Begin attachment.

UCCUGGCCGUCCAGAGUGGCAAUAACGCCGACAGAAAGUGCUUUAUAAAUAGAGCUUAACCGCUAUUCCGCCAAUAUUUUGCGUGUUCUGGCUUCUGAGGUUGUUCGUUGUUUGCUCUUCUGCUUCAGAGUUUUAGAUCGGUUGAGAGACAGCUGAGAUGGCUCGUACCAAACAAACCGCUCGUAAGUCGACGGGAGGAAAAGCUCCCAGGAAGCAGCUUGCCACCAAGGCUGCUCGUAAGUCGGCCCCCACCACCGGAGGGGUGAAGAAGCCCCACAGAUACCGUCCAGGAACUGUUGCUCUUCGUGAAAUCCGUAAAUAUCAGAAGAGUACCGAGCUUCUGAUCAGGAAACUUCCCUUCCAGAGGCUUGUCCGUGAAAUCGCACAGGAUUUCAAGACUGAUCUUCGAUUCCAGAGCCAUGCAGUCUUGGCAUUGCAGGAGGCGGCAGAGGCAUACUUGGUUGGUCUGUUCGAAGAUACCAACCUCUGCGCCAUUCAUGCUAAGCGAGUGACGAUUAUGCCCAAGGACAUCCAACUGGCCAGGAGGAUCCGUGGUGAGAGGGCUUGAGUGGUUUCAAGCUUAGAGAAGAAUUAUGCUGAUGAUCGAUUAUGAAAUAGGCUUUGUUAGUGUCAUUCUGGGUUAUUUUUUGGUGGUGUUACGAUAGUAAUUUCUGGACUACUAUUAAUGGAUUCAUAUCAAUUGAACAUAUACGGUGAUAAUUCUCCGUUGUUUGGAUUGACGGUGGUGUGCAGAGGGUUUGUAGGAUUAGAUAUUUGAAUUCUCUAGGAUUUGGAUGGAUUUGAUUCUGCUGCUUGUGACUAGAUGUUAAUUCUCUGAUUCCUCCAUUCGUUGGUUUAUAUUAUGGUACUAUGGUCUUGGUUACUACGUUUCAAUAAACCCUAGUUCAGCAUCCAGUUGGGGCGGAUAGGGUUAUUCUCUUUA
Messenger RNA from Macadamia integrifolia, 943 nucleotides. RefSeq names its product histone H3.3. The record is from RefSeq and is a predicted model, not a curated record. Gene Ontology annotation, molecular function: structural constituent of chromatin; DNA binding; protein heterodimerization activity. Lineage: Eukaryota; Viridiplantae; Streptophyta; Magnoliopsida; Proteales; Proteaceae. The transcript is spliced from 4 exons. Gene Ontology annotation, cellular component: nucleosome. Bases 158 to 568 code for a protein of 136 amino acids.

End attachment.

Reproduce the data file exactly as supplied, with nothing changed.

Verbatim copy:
UCCUGGCCGUCCAGAGUGGCAAUAACGCCGACAGAAAGUGCUUUAUAAAUAGAGCUUAACCGCUAUUCCGCCAAUAUUUUGCGUGUUCUGGCUUCUGAGGUUGUUCGUUGUUUGCUCUUCUGCUUCAGAGUUUUAGAUCGGUUGAGAGACAGCUGAGAUGGCUCGUACCAAACAAACCGCUCGUAAGUCGACGGGAGGAAAAGCUCCCAGGAAGCAGCUUGCCACCAAGGCUGCUCGUAAGUCGGCCCCCACCACCGGAGGGGUGAAGAAGCCCCACAGAUACCGUCCAGGAACUGUUGCUCUUCGUGAAAUCCGUAAAUAUCAGAAGAGUACCGAGCUUCUGAUCAGGAAACUUCCCUUCCAGAGGCUUGUCCGUGAAAUCGCACAGGAUUUCAAGACUGAUCUUCGAUUCCAGAGCCAUGCAGUCUUGGCAUUGCAGGAGGCGGCAGAGGCAUACUUGGUUGGUCUGUUCGAAGAUACCAACCUCUGCGCCAUUCAUGCUAAGCGAGUGACGAUUAUGCCCAAGGACAUCCAACUGGCCAGGAGGAUCCGUGGUGAGAGGGCUUGAGUGGUUUCAAGCUUAGAGAAGAAUUAUGCUGAUGAUCGAUUAUGAAAUAGGCUUUGUUAGUGUCAUUCUGGGUUAUUUUUUGGUGGUGUUACGAUAGUAAUUUCUGGACUACUAUUAAUGGAUUCAUAUCAAUUGAACAUAUACGGUGAUAAUUCUCCGUUGUUUGGAUUGACGGUGGUGUGCAGAGGGUUUGUAGGAUUAGAUAUUUGAAUUCUCUAGGAUUUGGAUGGAUUUGAUUCUGCUGCUUGUGACUAGAUGUUAAUUCUCUGAUUCCUCCAUUCGUUGGUUUAUAUUAUGGUACUAUGGUCUUGGUUACUACGUUUCAAUAAACCCUAGUUCAGCAUCCAGUUGGGGCGGAUAGGGUUAUUCUCUUUA
Messenger RNA from Macadamia integrifolia, 943 nucleotides. RefSeq names its product histone H3.3. The record is from RefSeq and is a predicted model, not a curated record. Gene Ontology annotation, molecular function: structural constituent of chromatin; DNA binding; protein heterodimerization activity. Lineage: Eukaryota; Viridiplantae; Streptophyta; Magnoliopsida; Proteales; Proteaceae. The transcript is spliced from 4 exons. Gene Ontology annotation, cellular component: nucleosome. Bases 158 to 568 code for a protein of 136 amino acids.